“We planned these [Parojinog] operations for a long time. In fact, we followed all the procedures of the PNP as well as the law. We followed court legal processes, we applied for a search warrant,” Obusan told reporters in a news briefing.
“We followed all circulars of the courts to obtain a search warrant so I believe this is totally different [from happened in Espinosa’s slay case],” he added.
Obusan said the police did not mean to kill the mayor.
“We arrested eight others, especially armed members who surrendered so it erases the doubt or claim of their lawyer that [the family]was meant to be liquidated, because if that’s really our intention, all of them would have died,” he stressed.
“We really intended to bring them to justice alive but their private army fought us, which sometimes happen [during our operations),” he added.
Obosan urged those who will be subjected to drug operations to surrender to avoid being killed.
“Do not fight us. Heed the President’s order, surrender,” he said.
Malacañang on Monday said it was assuming “regularity” in the Ozamiz raids.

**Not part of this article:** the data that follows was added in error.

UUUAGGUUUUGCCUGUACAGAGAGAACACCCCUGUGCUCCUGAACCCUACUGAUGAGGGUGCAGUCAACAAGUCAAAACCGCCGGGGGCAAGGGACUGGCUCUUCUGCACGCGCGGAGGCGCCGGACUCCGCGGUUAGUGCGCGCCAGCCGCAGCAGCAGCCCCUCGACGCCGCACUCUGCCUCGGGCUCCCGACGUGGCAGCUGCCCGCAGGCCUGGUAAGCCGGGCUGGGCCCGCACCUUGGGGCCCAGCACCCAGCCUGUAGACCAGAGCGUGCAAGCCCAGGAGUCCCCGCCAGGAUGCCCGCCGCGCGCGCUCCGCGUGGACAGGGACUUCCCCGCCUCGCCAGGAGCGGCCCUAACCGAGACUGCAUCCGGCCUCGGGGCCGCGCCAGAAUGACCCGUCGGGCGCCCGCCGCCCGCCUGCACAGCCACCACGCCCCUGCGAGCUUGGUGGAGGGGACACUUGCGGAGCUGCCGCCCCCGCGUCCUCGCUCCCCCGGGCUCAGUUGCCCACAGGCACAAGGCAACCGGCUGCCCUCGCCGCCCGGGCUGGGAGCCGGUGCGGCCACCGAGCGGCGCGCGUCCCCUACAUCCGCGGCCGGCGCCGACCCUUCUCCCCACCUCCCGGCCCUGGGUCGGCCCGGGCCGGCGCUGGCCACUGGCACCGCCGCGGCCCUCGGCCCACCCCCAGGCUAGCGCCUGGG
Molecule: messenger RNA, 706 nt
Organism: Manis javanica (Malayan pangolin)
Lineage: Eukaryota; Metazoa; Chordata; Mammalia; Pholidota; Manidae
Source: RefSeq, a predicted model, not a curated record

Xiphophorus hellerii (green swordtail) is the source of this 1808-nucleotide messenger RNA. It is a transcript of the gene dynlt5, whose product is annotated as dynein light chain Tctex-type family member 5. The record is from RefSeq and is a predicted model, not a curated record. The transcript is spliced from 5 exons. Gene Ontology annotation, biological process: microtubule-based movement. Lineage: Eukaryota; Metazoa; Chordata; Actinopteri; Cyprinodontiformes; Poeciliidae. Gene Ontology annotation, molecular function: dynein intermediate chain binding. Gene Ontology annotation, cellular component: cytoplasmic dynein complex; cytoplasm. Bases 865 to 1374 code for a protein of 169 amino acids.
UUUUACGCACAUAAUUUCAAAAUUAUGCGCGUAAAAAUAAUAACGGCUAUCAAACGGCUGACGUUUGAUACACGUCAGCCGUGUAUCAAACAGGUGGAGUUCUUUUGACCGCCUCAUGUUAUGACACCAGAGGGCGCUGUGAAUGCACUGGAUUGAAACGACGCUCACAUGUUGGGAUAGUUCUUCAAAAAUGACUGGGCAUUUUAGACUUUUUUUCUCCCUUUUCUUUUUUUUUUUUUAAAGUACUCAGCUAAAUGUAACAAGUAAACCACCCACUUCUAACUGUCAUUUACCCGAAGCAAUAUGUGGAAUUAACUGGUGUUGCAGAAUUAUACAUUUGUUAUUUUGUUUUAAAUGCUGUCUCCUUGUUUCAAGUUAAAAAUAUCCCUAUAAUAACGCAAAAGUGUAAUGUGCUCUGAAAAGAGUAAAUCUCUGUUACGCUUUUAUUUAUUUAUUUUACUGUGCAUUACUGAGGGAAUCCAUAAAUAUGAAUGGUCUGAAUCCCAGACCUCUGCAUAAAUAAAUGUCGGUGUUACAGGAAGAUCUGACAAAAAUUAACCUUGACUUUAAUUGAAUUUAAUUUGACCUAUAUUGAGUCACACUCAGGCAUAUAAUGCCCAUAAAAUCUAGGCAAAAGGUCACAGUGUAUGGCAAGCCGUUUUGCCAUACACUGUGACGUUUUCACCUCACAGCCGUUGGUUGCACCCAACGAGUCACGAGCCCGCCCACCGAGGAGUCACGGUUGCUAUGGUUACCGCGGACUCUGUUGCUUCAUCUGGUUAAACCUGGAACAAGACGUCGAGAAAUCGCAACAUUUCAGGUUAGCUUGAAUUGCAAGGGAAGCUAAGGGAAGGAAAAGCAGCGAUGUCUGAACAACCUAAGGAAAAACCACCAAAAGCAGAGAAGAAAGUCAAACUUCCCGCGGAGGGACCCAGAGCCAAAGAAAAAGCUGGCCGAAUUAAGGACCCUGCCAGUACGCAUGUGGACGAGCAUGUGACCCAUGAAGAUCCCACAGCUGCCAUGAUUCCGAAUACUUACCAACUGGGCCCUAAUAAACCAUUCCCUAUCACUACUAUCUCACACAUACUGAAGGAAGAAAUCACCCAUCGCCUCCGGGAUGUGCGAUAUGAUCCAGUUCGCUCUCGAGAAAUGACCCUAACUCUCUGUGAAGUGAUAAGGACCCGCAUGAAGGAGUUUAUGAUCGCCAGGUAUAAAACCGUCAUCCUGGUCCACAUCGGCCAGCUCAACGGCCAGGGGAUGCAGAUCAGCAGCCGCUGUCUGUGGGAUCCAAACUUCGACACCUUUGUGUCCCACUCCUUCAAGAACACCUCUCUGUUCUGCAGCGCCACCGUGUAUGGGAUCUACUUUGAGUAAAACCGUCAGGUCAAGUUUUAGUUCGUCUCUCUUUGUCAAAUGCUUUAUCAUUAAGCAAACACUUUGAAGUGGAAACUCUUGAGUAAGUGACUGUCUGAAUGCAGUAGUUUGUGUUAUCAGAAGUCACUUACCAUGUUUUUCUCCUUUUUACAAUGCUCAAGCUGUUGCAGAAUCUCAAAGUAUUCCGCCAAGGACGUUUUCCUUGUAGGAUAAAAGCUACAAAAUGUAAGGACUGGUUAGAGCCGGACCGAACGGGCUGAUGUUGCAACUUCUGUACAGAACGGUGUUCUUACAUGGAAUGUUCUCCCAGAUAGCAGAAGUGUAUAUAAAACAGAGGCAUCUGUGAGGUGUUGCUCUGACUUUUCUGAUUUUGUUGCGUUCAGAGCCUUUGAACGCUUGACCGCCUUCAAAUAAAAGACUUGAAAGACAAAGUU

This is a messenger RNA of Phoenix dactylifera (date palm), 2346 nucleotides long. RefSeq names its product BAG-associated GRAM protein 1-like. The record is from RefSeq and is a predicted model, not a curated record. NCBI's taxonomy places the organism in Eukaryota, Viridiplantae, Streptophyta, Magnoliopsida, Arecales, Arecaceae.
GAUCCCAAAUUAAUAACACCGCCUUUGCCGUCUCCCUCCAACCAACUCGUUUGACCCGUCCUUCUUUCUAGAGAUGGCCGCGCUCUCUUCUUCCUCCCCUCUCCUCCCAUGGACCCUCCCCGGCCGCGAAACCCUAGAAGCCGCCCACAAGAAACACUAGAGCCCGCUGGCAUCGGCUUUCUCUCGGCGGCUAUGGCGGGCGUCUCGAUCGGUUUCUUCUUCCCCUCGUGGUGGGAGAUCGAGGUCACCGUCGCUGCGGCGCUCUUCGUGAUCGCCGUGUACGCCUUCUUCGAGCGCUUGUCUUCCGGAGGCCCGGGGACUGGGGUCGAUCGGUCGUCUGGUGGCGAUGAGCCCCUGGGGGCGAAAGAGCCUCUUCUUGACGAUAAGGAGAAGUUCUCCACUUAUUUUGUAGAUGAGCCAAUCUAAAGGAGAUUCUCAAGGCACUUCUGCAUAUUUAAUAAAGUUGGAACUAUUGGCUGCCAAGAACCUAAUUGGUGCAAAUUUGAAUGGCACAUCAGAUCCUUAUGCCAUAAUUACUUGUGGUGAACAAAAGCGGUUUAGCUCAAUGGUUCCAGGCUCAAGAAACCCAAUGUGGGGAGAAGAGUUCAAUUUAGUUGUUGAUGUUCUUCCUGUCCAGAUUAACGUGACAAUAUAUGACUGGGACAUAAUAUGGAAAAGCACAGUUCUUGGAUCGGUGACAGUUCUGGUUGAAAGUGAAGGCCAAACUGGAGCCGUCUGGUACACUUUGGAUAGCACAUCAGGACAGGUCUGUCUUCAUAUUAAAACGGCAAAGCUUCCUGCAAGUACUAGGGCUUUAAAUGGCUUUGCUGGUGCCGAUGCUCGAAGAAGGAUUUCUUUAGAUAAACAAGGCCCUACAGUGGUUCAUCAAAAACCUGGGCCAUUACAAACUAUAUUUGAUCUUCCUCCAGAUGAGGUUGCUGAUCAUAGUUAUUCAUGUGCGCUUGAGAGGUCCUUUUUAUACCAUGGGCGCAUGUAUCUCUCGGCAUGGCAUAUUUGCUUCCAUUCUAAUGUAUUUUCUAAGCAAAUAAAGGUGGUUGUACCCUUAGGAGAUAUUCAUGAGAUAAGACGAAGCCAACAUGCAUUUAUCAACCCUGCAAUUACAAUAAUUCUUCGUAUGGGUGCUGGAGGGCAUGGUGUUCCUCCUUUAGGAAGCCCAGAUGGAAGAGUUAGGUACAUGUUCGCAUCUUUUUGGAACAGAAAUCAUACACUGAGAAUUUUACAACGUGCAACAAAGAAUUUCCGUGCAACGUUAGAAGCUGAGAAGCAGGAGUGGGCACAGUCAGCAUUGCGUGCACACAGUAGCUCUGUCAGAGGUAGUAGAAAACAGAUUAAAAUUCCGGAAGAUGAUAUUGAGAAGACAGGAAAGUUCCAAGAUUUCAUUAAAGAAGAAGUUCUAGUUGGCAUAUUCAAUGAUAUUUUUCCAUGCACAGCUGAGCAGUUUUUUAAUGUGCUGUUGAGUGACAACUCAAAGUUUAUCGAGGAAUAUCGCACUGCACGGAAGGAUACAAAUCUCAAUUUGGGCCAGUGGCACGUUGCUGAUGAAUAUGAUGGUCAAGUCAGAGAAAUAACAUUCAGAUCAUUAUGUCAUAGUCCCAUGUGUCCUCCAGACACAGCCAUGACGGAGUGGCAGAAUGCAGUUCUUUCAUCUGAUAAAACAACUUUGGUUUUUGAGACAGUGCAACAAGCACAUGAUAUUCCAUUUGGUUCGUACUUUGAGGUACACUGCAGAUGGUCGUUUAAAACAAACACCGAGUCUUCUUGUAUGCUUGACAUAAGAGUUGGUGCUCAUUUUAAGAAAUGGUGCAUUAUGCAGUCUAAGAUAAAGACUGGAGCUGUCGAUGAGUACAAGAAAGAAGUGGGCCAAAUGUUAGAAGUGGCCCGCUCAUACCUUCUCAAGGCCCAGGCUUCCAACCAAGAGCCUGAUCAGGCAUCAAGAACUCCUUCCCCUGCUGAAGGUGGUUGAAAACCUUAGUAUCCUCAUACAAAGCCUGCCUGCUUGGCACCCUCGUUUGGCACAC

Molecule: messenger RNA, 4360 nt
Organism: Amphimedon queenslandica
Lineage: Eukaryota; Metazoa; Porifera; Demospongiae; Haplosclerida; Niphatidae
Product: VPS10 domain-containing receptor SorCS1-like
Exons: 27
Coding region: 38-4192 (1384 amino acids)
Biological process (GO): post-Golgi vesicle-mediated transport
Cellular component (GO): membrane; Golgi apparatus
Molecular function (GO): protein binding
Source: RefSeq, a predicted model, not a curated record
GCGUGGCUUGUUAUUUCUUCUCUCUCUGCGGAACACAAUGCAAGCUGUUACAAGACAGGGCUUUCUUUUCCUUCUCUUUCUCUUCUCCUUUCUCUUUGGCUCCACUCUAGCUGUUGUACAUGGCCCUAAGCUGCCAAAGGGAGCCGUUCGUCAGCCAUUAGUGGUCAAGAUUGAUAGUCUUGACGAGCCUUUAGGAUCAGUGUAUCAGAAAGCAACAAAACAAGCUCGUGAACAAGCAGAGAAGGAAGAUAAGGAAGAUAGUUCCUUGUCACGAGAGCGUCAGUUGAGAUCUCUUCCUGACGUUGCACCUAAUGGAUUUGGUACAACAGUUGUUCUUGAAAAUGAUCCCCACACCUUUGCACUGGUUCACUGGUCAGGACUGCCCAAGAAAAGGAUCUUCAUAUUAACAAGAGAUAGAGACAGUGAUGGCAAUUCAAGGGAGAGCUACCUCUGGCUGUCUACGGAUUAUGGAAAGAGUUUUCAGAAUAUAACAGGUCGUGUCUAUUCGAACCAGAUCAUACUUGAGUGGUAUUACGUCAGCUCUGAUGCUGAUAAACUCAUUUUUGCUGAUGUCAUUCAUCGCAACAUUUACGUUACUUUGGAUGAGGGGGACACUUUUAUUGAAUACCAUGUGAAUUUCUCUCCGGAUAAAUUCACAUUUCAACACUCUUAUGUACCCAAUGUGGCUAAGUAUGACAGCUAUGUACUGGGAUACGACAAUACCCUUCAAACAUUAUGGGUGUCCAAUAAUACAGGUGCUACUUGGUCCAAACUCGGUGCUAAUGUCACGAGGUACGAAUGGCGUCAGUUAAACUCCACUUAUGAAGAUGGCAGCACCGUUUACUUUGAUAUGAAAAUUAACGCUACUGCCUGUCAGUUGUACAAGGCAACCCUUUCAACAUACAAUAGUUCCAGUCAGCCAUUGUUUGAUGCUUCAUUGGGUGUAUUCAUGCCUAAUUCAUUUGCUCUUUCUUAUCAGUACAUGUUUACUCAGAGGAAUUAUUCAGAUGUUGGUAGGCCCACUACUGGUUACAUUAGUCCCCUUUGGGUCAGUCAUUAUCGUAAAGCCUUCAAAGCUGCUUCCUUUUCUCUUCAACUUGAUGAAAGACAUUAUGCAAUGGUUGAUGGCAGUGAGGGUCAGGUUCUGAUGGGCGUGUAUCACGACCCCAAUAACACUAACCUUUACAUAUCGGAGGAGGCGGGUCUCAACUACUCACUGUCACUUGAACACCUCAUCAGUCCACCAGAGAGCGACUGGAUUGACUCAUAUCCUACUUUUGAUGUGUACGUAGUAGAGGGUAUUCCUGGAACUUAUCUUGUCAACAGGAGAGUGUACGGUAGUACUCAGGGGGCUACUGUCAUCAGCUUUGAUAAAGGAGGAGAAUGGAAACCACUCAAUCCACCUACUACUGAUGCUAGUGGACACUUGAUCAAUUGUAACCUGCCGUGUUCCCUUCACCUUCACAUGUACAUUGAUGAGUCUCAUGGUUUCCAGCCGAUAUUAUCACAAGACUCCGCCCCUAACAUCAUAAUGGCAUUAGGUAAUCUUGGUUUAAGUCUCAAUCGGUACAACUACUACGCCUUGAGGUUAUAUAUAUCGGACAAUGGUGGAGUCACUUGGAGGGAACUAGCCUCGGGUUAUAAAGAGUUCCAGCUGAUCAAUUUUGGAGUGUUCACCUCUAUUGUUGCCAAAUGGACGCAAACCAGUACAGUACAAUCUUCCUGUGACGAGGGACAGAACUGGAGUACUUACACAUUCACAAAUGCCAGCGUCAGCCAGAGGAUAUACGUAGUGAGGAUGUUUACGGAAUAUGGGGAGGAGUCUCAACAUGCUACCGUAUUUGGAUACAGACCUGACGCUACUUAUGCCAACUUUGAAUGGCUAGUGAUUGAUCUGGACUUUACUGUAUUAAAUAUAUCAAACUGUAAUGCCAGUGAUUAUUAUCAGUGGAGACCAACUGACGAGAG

Senior Deputy Executive Secretary Menardo Guevarra said the police operations should be deemed aboveboard unless an investigation proved otherwise.
“What should be investigated? The incident. There’s a presumption of regularity in all of these. If there’s anyone who will complain that something irregular happened, then, an investigation will have to be done. For now, we presume regularity,” Guevarra said.
The Palace official maintained that Duterte was not involved in any way in the deadly raid, apart from his “general” orders to security forces on catching drug suspects.
“The President need not be involved in things like this. These are police matters and the police will have to take care of that. They have their own internal procedures for dealing with matters like this,” Guevarra said.
Guevarra also said he saw no need for the Palace to form a special task force to probe the Ozamiz incident.
“There’s no need because existing structures are operating anyway. So we don’t find any need to create any ad-hoc or task force to investigate these matters because the structures are in place,” he said.
Sen. Francis Escudero on Monday said Parojinog’s links to drugs did not merit him a “death warrant” amid speculations he was murdered by policemen.